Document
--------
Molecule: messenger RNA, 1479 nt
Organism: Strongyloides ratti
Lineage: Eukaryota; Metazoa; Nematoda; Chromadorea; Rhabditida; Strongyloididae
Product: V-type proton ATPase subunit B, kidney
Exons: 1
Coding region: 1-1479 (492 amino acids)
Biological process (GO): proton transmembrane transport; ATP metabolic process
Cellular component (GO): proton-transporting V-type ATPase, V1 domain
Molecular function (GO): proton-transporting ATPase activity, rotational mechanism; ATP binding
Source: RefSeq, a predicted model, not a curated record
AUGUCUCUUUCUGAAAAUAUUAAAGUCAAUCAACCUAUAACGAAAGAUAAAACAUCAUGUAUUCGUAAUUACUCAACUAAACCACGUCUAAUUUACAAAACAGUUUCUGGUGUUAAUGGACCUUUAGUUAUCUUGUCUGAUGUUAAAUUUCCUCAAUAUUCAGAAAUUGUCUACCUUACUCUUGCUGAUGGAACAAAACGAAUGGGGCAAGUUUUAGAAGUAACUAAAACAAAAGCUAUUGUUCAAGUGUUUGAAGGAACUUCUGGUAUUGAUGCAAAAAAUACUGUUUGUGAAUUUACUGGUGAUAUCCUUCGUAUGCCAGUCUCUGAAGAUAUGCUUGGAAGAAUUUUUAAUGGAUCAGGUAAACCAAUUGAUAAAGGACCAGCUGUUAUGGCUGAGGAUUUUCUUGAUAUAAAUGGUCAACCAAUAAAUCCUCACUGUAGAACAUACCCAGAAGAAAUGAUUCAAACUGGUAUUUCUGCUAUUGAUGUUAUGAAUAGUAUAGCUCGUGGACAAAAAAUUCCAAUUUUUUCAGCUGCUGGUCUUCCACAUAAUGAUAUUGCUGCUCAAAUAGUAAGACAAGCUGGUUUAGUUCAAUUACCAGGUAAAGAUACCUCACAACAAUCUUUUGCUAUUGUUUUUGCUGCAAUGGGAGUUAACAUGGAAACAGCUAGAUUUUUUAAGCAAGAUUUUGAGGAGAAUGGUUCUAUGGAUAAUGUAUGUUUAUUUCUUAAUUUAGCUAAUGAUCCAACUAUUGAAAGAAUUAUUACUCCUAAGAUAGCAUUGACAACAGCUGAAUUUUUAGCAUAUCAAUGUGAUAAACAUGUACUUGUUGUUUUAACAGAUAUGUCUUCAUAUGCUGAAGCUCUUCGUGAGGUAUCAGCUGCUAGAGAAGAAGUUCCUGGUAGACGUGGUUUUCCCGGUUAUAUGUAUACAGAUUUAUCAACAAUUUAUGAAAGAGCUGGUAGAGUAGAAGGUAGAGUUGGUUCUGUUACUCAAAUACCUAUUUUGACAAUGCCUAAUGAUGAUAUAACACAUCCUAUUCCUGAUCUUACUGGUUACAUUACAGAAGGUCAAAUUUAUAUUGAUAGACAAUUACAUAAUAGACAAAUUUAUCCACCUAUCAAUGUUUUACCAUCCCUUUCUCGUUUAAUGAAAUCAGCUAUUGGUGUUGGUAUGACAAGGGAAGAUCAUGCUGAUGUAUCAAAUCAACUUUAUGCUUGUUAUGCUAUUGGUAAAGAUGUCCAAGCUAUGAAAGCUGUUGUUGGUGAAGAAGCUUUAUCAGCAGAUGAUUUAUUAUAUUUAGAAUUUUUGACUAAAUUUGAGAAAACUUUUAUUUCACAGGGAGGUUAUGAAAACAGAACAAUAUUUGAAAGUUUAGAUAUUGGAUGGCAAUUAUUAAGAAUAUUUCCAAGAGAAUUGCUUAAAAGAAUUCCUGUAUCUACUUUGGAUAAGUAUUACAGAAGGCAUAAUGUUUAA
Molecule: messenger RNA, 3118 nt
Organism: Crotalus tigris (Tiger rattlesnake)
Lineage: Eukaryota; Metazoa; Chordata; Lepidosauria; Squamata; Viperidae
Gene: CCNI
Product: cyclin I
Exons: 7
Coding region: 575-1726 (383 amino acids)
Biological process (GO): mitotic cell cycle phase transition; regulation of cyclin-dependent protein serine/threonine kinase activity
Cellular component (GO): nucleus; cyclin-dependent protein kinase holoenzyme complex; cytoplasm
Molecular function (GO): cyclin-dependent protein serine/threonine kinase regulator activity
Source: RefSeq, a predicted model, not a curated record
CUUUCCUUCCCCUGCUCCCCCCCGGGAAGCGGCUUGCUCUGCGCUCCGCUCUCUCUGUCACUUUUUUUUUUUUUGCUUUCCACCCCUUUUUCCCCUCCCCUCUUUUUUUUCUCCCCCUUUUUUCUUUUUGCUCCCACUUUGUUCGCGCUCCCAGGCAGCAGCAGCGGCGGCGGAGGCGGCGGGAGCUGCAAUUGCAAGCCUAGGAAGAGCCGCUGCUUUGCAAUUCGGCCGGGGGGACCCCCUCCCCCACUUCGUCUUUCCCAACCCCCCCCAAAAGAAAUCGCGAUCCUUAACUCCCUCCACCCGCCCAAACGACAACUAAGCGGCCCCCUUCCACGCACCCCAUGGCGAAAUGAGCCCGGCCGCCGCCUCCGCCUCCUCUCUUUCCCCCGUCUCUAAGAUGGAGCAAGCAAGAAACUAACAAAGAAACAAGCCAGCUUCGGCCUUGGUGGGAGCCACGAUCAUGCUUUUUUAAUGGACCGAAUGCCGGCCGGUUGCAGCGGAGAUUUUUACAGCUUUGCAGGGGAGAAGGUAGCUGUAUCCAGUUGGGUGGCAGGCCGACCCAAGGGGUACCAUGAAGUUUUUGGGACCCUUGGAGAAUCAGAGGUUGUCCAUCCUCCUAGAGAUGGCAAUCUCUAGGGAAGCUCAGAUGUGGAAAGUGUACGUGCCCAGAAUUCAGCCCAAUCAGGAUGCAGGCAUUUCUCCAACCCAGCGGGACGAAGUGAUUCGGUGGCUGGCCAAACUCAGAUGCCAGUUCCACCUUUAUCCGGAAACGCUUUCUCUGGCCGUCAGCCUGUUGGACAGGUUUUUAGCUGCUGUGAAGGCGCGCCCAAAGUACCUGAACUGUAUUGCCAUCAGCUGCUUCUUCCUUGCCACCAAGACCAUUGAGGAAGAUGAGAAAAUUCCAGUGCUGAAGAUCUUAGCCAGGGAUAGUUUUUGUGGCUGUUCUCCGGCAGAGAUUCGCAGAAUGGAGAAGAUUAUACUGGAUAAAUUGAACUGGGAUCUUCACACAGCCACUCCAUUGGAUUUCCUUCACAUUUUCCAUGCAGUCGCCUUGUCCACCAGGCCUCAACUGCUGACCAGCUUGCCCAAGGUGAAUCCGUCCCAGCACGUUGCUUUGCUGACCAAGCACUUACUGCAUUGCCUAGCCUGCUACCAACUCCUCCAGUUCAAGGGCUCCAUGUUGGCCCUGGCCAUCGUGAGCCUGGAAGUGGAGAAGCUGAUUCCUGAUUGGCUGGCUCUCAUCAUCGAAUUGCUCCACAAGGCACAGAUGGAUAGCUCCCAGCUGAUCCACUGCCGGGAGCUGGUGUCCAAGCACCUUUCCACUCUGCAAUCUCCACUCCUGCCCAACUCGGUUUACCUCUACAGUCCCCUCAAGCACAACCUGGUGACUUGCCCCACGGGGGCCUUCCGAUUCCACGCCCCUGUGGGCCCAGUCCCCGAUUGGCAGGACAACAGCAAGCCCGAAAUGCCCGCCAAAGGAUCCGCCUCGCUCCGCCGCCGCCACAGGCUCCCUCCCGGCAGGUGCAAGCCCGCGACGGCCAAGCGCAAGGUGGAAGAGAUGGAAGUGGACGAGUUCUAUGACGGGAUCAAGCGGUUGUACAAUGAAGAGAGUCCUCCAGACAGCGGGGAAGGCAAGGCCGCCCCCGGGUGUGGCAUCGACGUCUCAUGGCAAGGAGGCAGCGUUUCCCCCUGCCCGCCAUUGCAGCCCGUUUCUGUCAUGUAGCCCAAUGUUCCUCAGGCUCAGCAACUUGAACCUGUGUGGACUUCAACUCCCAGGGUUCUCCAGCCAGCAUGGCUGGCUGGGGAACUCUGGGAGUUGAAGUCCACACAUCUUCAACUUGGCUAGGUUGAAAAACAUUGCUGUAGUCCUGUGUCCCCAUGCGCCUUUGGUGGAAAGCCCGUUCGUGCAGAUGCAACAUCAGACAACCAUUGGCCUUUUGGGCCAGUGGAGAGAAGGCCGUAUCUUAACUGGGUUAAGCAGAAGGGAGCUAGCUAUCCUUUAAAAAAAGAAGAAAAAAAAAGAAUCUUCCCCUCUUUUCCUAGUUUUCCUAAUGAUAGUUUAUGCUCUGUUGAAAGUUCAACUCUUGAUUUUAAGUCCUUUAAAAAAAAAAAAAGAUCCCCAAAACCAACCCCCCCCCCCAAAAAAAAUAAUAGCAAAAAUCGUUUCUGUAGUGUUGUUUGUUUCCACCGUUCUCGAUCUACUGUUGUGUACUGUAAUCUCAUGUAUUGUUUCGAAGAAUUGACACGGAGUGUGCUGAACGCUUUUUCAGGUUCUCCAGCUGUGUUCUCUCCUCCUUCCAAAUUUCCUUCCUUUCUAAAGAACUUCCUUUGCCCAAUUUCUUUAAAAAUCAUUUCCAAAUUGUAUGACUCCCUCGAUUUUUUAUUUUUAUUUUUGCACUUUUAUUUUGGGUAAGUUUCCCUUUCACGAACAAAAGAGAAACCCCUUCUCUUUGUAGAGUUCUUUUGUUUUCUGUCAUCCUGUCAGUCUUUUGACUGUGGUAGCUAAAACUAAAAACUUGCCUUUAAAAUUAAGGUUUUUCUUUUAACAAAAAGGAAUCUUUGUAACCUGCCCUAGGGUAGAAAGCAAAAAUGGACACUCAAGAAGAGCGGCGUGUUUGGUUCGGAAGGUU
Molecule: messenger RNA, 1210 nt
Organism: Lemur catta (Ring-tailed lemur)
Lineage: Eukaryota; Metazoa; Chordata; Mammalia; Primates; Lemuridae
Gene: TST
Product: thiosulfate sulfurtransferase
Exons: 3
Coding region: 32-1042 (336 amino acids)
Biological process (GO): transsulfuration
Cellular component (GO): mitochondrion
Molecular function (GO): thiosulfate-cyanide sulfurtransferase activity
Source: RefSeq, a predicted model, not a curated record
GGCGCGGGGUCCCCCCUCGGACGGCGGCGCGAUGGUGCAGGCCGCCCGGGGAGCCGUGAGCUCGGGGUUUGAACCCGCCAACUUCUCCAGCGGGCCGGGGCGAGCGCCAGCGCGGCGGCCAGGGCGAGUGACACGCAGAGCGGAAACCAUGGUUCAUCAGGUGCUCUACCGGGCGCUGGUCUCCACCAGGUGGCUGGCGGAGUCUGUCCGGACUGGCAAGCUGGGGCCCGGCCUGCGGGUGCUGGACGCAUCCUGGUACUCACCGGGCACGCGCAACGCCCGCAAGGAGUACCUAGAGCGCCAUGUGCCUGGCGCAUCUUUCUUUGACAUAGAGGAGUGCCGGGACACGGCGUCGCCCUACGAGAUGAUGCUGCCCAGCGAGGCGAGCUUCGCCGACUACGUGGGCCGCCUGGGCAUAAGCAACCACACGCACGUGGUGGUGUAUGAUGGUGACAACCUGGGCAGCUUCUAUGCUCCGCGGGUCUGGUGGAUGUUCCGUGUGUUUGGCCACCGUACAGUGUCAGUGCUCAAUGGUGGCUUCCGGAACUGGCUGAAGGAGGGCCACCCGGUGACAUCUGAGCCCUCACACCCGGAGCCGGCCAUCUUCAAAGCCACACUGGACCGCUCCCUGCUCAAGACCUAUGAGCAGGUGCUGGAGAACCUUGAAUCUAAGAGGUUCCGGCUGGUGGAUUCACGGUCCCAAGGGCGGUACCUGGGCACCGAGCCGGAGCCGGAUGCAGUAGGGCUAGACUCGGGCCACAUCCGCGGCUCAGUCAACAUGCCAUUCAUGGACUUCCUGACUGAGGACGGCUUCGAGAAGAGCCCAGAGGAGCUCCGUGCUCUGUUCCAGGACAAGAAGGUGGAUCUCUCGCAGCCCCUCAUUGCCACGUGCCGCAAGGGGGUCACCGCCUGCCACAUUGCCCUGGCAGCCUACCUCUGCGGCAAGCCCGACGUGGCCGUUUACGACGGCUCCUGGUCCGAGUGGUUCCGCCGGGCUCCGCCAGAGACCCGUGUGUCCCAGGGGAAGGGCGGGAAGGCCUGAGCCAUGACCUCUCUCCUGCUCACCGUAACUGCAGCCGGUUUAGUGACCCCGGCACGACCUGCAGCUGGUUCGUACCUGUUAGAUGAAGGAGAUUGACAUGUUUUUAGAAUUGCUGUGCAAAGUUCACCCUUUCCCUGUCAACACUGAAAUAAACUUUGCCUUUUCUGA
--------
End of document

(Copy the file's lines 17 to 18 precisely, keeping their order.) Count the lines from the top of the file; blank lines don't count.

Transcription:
Exons: 7
Coding region: 575-1726 (383 amino acids)